Perfect for off-road focused travel. Dirt bike helmets are simply motocross helmets and the lightest lids you can get. They have wide front openings, which take goggles, peaks for protection from the sun and stray stones and let in the most amount of air. The benefit off goggles is that they protect your eyes more than visors and allow more airflow through your helmet. 

LS2 Fast Volt Helmet, £99.99

Shark SX2 Helmet, £129.99

X-Lite X-502 Helmet, £379.99 

COMBINATION OF BOTH: Adventure Bike Helmets

Adventure bike helmets are specifically made as hybrids between dirt bike and street bike lids. They have wider visor openings, more ventilation, often come with removable peaks and can usually take both goggles and visors. 

Check out the below examples of adventure bike helmets. The Arai and Kilm helmets use visors, but the openings are big enough to take goggles. The Shark Explore R helmet uses goggles, but they can be swapped out for a visor which comes with the helmet as standard.  They’re all road lids with more vents, peaks and wider openings 

Shark Explore R Helmet, £289.99

Klim Krios Helmet, £374.99

Arai Tour X4 Helmet, £499.99

OUR CHOICE: Flip Front/ Modular Adventure Bike Helmets

We recommend Adventure styled flip front helmets and use the Schuberth E1 helmet. I went for this helmet because I used the flip-up Schuberth C3 Pro for years before our trip and the E1 is the dual-sport ‘adventure’ version. It’s one of the quietest flip-fronts on the market, easy to open and close, high protective ratings and very comfortable.

Because it’s the ‘adventure’ version of the street bike focused C3 Pro helmet, there is more ventilation (especially around the mouth area), it comes with a detachable peak and padding more suited to sweaty rides.

And we also use the Schuberth SRC Bluetooth communications system with our helmets, which is basically a replacement collar with a microphone attached. It’s brilliant for those who ride with a pillion. Click here for our top six tips for travelling with a pillion for more info. 

The reason we prefer flip-front helmets is because they make life so much easier when travelling. Pulling over for directions, taking a photo, having a chat, a quick sip of water, a bite to eat, stopping at petrol stations etc. It’s just easier and more comfortable for us, but it’s personal preference, so go for what works best for you.

There are normal road bike flip-up and adventure bike flip-up helmets. They both have the same pros and cons as detailed above in the road and adventure lid sections. Below are three example flip-ups from the adv segment.

Caberg Tourmax Helmet, £167.99

Scorpion ADX-1 Helmet, £199.99

Schuberth E1 Helmet, £299.99

Top Tips for Buying a Bike Helmet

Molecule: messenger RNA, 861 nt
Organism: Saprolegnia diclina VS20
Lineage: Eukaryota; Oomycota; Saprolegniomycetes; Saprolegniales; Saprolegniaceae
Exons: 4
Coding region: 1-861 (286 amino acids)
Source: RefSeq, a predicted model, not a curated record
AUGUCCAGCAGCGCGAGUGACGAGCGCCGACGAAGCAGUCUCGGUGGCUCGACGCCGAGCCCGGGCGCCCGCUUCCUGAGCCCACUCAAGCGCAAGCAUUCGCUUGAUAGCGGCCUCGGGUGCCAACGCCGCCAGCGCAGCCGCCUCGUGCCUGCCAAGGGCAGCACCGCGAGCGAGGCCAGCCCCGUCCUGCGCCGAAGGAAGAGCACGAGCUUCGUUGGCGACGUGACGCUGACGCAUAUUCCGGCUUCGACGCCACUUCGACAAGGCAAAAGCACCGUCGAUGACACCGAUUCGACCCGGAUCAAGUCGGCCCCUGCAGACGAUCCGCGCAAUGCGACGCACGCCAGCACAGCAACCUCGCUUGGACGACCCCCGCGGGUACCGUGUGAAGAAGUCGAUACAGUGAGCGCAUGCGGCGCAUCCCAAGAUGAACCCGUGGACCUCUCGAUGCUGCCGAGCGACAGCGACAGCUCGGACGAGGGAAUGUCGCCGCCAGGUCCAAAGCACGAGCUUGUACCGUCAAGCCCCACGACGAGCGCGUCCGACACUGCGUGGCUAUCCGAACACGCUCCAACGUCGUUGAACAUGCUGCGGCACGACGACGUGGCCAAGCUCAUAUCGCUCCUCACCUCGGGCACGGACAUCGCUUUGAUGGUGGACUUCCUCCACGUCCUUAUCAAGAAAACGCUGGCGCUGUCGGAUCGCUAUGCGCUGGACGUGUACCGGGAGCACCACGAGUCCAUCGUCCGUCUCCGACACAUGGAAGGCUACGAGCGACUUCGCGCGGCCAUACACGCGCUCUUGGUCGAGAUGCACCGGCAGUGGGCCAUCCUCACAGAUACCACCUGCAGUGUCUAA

• Is the padding easy to remove and washable?
  • Does it have decent ventilation, especially at the mouth?
  • Does it have a handy flick down/up internal sun visor
  • Is it lightweight? 
  • Does it have a peak? 
  • Is it easy to lift the visor with a gloved thumb?
  • Do you prefer a Double D or clip strap?
  • Does it come with a fog free and pin lock visor?
  • Is the visor easy to take off and clean?
  • Have you checked the safety rating?
  • Top Tip: Look at all your helmet’s colour options. A different colour could mean saving hundreds of pounds. For example, the Schuberth E1 in Gloss Black is £299 but in Matt Black it’s £461!

Motorcycle Boots

Consider your footwear carefully. If you’re going hardcore off-road, opt for either adventure boots or proper off-road boots. But remember, they’re uncomfortable for walking and hiking, so you’ll need to pack extra footwear for that.

Top Tips for Buying Bike Boots

Ankle Support: Is there ankle support on both the inside and outside of the boot? Your ankle is one of the hardest bones to fix, make sure it’s protected.

Waterproof: Nobody likes wet feet, but Gore-Tex boots can get soggy with sweat too. Rain resistant boots and Seal Skinz Waterproof Socks is another alternative. Again, it depends where you’re travelling.

Shin Protection: Adventure and off-road boots have tougher shin protection because it’s far more likely they’re going to get a smack when off-roading. The more protection you opt for the less flexible and walkable your boots will be. It’s a compromise.

Comfort: Comfort is a very important factor for different reasons. Some motorcycle travellers care more about all day comfort and walking in the boots than about what it’s like to ride in. If so, you can go for a lighter style boot with less protection. If you’re all about off-roading then this isn’t as important, but they’ll still need a comfortable sole and to not dig in the shins as you’ll be standing on the pegs all day.